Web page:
September 18, 2014


This week’s double parsha brings us to the penultimate words of Moses to the People on the day of his death. He gives them a final warning and and the hope – the blessing of Teshuva (Repentance).

In 29:25 we read another warning against looking for other religions.
“And they went and served other gods and bowed down before them – gods whom they knew not and who were not assigned to them.”

Whom they knew not – RASHI: With whom they had never experienced any divine power.

Why does Rashi not accept the more obvious meaning of these words – gods whom they did not know, foreign gods?
What is wrong with such an interpretation?

The verse condemns worshipping “gods they had not known.” But if they worshipped them, in what sense can we say they didn’t know them? They knew them enough to worship them! So these words cannot be taken at face value.

According to Rashi “known” does not mean “being aware of.” As we might say “I know who he is.” Here it means “knowing these gods to be gods,” that is, to be powers that have manifested their might to the benefit of their worshippers. But these gods do not have such power and the people could not have “known” them in such a god-like capacity.

In the second short parasha of Vayelech we read ( 29:14)
“For those who are with us here today before Hashem our God and (also) those who are not here with us today.”

And those who are not here – Rashi: Even generations destined to be [born].

Rashi’s comment seems strange. Why can’t he understand these words simply as all those not present at this assembly? And how does someone make a covenant with someone not yet alive?

The first verse in the parsha (29:9) says explicitly who were present at this assembly. They included “the heads of the tribes, your elders, your law officers, every man of Israel.”
If every man of Israel was present, who could be meant by “those not present here today”?
“Those not here today” means “those not here today!” The emphasis is on “today,” which implies those here at some other time – in the future.
But the question arises: How can an agreement be made with someone not yet born?

This question was not answered rationally until the 15th century by Rabbi Isaac Arama and Don Isaac Abarbanel against the background of the Spanish Inquisition.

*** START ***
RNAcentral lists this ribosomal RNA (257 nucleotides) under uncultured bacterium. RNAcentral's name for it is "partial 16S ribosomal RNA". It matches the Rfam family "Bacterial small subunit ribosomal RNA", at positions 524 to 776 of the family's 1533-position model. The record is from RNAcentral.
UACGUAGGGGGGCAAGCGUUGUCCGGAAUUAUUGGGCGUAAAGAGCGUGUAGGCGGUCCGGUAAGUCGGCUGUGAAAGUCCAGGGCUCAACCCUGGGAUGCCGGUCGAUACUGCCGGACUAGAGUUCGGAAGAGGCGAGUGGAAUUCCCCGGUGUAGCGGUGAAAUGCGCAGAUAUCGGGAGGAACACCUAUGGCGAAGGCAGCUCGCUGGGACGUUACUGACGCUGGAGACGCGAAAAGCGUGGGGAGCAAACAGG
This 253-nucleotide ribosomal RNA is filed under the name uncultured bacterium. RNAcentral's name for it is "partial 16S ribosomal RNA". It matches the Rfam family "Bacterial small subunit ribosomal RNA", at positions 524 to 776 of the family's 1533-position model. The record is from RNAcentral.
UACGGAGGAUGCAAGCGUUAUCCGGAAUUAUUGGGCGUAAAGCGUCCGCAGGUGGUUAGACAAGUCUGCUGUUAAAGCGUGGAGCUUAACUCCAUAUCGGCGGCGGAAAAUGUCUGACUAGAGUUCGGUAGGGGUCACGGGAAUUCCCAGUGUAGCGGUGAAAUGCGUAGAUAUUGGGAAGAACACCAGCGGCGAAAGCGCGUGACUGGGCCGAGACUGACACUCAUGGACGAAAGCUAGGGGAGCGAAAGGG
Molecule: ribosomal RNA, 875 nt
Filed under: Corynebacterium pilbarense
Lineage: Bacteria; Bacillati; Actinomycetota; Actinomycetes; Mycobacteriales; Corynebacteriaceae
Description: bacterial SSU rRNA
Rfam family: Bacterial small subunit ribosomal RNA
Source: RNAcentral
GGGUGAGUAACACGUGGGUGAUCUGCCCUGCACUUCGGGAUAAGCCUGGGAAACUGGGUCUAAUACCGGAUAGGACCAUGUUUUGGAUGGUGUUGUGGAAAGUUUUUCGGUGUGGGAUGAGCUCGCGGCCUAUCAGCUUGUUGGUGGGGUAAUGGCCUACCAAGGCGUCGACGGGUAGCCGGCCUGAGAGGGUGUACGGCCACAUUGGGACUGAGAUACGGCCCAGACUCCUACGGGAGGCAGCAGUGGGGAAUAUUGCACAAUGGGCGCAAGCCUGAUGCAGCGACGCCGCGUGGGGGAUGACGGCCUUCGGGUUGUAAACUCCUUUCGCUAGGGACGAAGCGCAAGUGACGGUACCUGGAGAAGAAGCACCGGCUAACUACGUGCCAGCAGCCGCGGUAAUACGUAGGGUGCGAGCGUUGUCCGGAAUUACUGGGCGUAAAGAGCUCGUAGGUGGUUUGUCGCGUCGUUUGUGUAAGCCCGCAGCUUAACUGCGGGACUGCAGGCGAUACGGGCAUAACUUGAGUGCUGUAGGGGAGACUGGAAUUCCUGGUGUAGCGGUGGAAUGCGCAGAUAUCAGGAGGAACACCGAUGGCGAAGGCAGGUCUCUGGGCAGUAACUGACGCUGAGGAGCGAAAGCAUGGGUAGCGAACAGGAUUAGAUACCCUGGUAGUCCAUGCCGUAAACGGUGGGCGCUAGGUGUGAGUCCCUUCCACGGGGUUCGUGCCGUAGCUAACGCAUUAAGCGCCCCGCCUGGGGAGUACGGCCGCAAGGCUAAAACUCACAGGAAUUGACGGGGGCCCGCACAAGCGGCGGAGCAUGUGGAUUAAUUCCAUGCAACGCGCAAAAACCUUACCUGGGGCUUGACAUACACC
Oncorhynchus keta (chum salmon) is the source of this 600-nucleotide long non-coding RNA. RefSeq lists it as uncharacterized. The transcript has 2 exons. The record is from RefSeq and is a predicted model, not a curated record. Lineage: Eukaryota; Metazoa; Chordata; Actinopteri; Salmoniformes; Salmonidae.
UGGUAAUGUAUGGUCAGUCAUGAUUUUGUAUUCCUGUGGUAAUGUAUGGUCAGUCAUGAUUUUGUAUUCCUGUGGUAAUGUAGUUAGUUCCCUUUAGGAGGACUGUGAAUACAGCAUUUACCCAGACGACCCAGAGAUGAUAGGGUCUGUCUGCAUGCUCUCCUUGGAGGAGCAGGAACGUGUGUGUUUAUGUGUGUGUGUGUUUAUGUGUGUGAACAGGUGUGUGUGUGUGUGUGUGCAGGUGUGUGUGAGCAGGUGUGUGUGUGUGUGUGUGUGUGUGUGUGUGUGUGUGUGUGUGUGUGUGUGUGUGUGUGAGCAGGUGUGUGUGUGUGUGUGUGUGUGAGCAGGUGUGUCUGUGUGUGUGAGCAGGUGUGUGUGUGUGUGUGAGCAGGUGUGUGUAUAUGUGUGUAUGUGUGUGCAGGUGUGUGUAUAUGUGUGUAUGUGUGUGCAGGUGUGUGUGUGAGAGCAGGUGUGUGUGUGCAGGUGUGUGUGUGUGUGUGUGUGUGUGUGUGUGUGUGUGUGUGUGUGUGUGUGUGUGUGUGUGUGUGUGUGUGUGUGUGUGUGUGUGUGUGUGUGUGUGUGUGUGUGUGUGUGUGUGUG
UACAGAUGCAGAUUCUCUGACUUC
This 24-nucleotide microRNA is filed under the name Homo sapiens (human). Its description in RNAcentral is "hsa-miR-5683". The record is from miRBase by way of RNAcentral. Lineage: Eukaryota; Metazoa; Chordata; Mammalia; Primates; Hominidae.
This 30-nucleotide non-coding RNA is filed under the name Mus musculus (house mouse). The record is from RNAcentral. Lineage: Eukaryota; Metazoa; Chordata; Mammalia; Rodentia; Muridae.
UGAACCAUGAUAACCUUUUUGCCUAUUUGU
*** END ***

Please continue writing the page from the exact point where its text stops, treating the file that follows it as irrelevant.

Why continue to be Jewish?

Arama’s answer that for the entire Jewish people to abandon Judaism was like a species committing mass suicide. Amongst humans and animals there are those who commit suicide, but they are the exception to the rule.
Just as human instinct is to survive, so Jewish instinct is to survive as a Jews. This is what the Torah calls us to do so many times.
The secular call it not giving Hitler a posthumous victory!

Abarbanel pointed out, as we will say in the Rosh Hashana liturgy so many times, that we are not only God’s children, we are also his servants. Avinu Malkenu…….You are our Father, You are our King.

Whereas parents cannot make a covenant on behalf of their unborn children, the children of slaves remain slaves until their Master releases them. God took us out of Egypt, out of the house of slavery to be His chosen people, to serve Him.

Rav JB Soloveitchik of Boston spoke of two covenants.
He developed the idea that Jews have historically been linked together by two distinct covenants. One is the brit yi’ud, “covenant of destiny”, which is the covenant by which Jews are bound together through their adherence to the Torah. The second is the brit goral, “covenant of fate”, the desire and willingness to be part of a people chosen by God to live a sacred mission in the world, and the fact that all those who live in this covenant share the same fate of persecution and oppression, even if they do not live by halakha. Soloveitchik held that non-Orthodox Jews were in violation of the covenant of destiny, yet they are still bound together with Orthodox Jews in the covenant of fate.

My Rebbe, Rav Leperer zatzal used to say that we are born Jewish and we will die Jewish. In between we have to try and find a way to live Jewish!

The Rabbanit joins me in wishing you all another year of meaningful Jewish life in good health and happiness.

Rabbi Meir Wise
Ramat Beit Shemesh

On completing this weeks blog, I was deeply saddened to learn of the passing of my dear friend and colleague Harav Shmuel (Sydney) Silberg zatzal. He was the outstanding Talmid of Rabbi Dr Isidore Epstein and Rav Koppul Kahane and the leading pastoral rabbi of his generation. He swam easily in the sea of the Talmud, as well as being a fine biblical scholar. In fact, he was expert in most areas of Jewish studies as well as being an expert Baal tefilla, Baal kore, and Baal tekia. He was a much sought after teacher, nor did he neglect the education of the ladies of the community. All this, he wore lightly without any pretence of pride or looking for honour. He freely gave his pulpit in Hendon to visiting preachers and to the students of his Alma Mater Jews’ College.
In his busy schedule, he never failed to visit the sick, dower the bride, bury the dead ( he headed the Chevra Kadisha and took a very active role) and comfort the mourners. Many of his charitable activities were carried out in secret.
He set the standard for pastoral rabbis to follow.

The prophet Micah (6:8) asked

מיכה ו “הִגִּיד לְךָ אָדָם מַה טּוֹב וּמָה ה’ דּוֹרֵשׁ מִמְּךָ, כִּי אִם: עֲשׂוֹת מִשְׁפָּט,וְאַהֲבַת חֶסֶד,וְהַצְנֵעַ לֶכֶת עִם אֱלֹהֶיךָ”

What does HaShem ask of you? But to do justice and to love chesed and to walk humbly with your God.

My friend Rabbi Silberg besides fulfilling the mitzvot meticulously, fulfilled the high ethical demands of the prophets and was a light to his people.

May the memory of the righteous be for a blessing and may Hashem comfort the mourners amongst the mourners of Zion and Jerusalem. May this year and its troubles end and a new year with only blessings and good news begin.


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